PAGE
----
Up front there's a built-in headline which runs off the big internal battery. On the handlebars is a built-in bike computer. It tells you your speed, distance, how much battery you have left, and what mode you're in. It has an ANT+ radio in it, so it can communicate with other devices and smartphone apps. Only a very few smartphones have ANT+ built-in, but you can get a dongle for both Android and iOS devices. It's probably not worth it.
Toward the right side of the handle bars is a standard 10-speed SRAM DoubleTap gear shifter, and a little node with plus and minus buttons. No, those don't control your speed. In fact, there are no hand controls for the motor at all, which is part of what sets this e-bike ahead of the pack.
When it's time to start riding, you hold down the power button on the battery. The four lights on it then come on one at a time. That's actually a systems check, with each light indicating a different component. So, if the third light doesn't come on, for instance, you'd know something's up with the motor. Once you're all powered up, you select which mode you want to start in—there are four in all, from manual up to Turbo—and go.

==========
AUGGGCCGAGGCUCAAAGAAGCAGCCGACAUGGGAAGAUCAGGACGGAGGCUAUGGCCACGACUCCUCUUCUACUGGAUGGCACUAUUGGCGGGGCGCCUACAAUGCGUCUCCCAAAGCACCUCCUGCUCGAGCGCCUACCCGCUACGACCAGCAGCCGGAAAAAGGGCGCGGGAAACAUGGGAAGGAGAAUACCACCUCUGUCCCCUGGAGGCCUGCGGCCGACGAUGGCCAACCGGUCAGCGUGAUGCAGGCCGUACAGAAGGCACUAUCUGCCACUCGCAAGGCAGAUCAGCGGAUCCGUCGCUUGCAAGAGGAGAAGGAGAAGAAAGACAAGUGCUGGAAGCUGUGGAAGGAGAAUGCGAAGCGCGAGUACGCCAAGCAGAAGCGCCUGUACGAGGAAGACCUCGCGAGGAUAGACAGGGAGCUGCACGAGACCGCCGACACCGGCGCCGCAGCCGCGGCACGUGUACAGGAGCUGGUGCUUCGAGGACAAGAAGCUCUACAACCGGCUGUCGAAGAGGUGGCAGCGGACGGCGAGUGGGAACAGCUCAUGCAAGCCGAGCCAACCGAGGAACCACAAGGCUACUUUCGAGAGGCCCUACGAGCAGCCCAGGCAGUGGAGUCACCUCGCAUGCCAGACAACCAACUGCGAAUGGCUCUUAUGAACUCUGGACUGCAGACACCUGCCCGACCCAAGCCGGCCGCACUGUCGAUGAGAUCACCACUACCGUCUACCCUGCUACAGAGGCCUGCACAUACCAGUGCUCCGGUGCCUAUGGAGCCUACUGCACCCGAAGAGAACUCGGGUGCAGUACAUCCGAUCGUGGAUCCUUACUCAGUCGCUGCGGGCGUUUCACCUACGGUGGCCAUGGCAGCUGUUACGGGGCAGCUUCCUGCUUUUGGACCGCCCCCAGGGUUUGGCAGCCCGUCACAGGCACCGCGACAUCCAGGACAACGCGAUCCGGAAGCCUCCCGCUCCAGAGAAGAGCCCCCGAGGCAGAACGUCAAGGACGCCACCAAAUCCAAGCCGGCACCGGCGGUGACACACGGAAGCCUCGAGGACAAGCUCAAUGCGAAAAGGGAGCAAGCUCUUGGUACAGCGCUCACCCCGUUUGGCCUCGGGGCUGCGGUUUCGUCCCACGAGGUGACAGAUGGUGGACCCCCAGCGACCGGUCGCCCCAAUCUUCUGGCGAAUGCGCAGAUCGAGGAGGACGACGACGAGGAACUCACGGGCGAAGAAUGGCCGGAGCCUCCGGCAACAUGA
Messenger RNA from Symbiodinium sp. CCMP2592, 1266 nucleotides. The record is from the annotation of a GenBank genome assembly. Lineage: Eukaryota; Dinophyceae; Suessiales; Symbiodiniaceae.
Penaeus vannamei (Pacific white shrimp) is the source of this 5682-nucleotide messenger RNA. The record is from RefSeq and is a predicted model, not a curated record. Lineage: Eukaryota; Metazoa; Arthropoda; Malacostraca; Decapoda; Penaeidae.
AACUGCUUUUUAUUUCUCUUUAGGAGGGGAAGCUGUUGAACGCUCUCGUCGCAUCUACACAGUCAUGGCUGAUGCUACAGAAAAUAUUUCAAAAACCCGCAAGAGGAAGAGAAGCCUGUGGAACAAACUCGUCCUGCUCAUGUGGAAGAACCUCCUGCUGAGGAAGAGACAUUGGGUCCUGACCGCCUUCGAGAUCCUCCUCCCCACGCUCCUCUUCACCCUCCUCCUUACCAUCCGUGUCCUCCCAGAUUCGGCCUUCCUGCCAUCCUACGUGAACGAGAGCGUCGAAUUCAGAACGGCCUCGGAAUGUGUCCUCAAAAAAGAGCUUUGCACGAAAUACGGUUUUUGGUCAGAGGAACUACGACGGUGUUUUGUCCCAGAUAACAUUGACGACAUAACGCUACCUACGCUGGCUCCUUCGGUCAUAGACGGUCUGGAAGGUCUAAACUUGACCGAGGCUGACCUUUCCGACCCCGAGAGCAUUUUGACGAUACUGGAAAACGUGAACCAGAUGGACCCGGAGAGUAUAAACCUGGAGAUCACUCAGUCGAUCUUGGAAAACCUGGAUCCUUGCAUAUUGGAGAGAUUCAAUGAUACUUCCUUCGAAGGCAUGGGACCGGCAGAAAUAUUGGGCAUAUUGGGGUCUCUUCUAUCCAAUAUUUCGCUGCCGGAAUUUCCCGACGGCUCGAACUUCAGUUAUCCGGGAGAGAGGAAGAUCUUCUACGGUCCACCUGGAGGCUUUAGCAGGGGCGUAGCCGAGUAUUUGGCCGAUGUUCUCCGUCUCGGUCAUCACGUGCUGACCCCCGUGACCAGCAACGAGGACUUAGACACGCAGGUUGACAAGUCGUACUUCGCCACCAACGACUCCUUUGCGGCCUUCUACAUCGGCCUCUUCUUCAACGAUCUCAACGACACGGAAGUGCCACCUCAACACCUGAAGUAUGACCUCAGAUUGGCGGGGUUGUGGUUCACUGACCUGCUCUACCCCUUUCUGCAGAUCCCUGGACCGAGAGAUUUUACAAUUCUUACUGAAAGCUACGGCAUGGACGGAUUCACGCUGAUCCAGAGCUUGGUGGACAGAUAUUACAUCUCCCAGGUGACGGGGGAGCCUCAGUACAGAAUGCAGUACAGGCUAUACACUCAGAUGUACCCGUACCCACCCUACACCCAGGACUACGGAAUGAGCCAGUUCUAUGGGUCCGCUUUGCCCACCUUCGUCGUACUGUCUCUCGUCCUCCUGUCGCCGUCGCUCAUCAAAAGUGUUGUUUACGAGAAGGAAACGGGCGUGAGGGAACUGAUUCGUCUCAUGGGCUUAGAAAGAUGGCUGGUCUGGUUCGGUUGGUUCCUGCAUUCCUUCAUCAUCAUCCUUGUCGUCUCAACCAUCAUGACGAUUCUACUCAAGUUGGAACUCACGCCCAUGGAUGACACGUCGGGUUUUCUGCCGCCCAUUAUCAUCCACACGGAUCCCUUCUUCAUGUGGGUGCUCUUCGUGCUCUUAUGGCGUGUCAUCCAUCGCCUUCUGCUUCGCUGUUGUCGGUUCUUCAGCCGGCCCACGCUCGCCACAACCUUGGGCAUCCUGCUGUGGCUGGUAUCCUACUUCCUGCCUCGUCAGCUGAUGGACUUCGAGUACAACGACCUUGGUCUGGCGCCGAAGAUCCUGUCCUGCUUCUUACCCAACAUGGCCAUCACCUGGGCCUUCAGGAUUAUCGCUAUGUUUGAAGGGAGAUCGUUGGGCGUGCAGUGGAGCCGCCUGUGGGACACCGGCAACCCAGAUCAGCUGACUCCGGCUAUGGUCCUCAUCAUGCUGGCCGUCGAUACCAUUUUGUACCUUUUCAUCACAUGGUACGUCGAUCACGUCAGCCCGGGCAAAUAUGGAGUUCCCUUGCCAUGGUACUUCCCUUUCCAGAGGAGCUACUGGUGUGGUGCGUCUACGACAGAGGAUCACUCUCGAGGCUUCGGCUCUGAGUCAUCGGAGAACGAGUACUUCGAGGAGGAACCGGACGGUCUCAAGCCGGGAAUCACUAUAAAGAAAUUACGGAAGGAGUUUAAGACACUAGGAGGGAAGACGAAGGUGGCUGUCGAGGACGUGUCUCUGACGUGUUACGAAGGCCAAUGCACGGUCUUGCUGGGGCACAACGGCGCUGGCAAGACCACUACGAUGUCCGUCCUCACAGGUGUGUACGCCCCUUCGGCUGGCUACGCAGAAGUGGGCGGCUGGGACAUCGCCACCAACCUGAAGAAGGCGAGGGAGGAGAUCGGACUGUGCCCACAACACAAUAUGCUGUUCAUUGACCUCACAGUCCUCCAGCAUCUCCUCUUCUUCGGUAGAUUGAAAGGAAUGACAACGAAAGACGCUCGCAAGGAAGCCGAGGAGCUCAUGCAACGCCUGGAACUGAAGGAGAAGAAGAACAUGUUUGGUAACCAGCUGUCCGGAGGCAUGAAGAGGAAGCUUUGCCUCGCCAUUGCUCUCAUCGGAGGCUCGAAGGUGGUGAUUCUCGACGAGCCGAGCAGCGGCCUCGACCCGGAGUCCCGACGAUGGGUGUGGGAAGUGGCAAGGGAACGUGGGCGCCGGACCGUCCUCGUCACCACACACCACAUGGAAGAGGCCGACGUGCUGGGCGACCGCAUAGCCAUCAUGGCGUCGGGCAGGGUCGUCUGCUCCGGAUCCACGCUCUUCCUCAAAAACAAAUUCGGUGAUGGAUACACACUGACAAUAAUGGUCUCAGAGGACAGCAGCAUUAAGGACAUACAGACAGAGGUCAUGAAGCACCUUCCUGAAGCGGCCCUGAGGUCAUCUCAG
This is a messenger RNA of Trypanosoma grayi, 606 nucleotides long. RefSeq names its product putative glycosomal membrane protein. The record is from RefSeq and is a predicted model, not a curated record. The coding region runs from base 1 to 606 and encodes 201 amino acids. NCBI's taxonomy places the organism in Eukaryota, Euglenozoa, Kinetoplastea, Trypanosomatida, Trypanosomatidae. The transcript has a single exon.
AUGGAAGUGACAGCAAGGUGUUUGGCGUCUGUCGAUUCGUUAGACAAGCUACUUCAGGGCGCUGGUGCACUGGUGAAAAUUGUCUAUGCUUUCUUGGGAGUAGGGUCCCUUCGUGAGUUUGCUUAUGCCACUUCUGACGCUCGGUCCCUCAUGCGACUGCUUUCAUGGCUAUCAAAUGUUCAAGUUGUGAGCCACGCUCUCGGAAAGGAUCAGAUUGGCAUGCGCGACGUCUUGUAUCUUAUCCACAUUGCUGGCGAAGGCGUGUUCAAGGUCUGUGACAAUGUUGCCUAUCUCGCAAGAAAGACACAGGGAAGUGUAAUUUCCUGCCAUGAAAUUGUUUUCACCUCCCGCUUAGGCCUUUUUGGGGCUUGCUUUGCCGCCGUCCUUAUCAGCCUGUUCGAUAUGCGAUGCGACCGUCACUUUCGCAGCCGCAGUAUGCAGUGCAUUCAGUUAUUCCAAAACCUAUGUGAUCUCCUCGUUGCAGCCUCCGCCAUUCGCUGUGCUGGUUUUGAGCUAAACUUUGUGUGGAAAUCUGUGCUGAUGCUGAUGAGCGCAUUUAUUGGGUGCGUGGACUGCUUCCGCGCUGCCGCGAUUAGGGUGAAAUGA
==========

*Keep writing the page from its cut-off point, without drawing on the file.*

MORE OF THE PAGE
Because there's no throttle, speed is controlled entirely by pedaling. The motor has a built-in torque sensor, so when it sees that you're putting more torque on it (either by going up a hill or pedaling harder) it kicks in more. It will help you go to a maximum of 28 miles per hour. You can, of course, go faster than that using leg power, but it will stop assisting you beyond 28.
How much assistance you get from the bike will depend on what mode you select. Turbo mode is essentially maximum assist, where it will use all its resources to get you to that maximum assisted speed (again, 28 MPH). Eco mode gives you a 30-percent boost by default, though it can be customized via the bike computer to help anywhere between 10 and 90 percent. No Assist is what it sounds like—you're doing all of the work yourself. And then there's Regenerate mode, where the bike actually adds resistance and your legs recharge the batteries.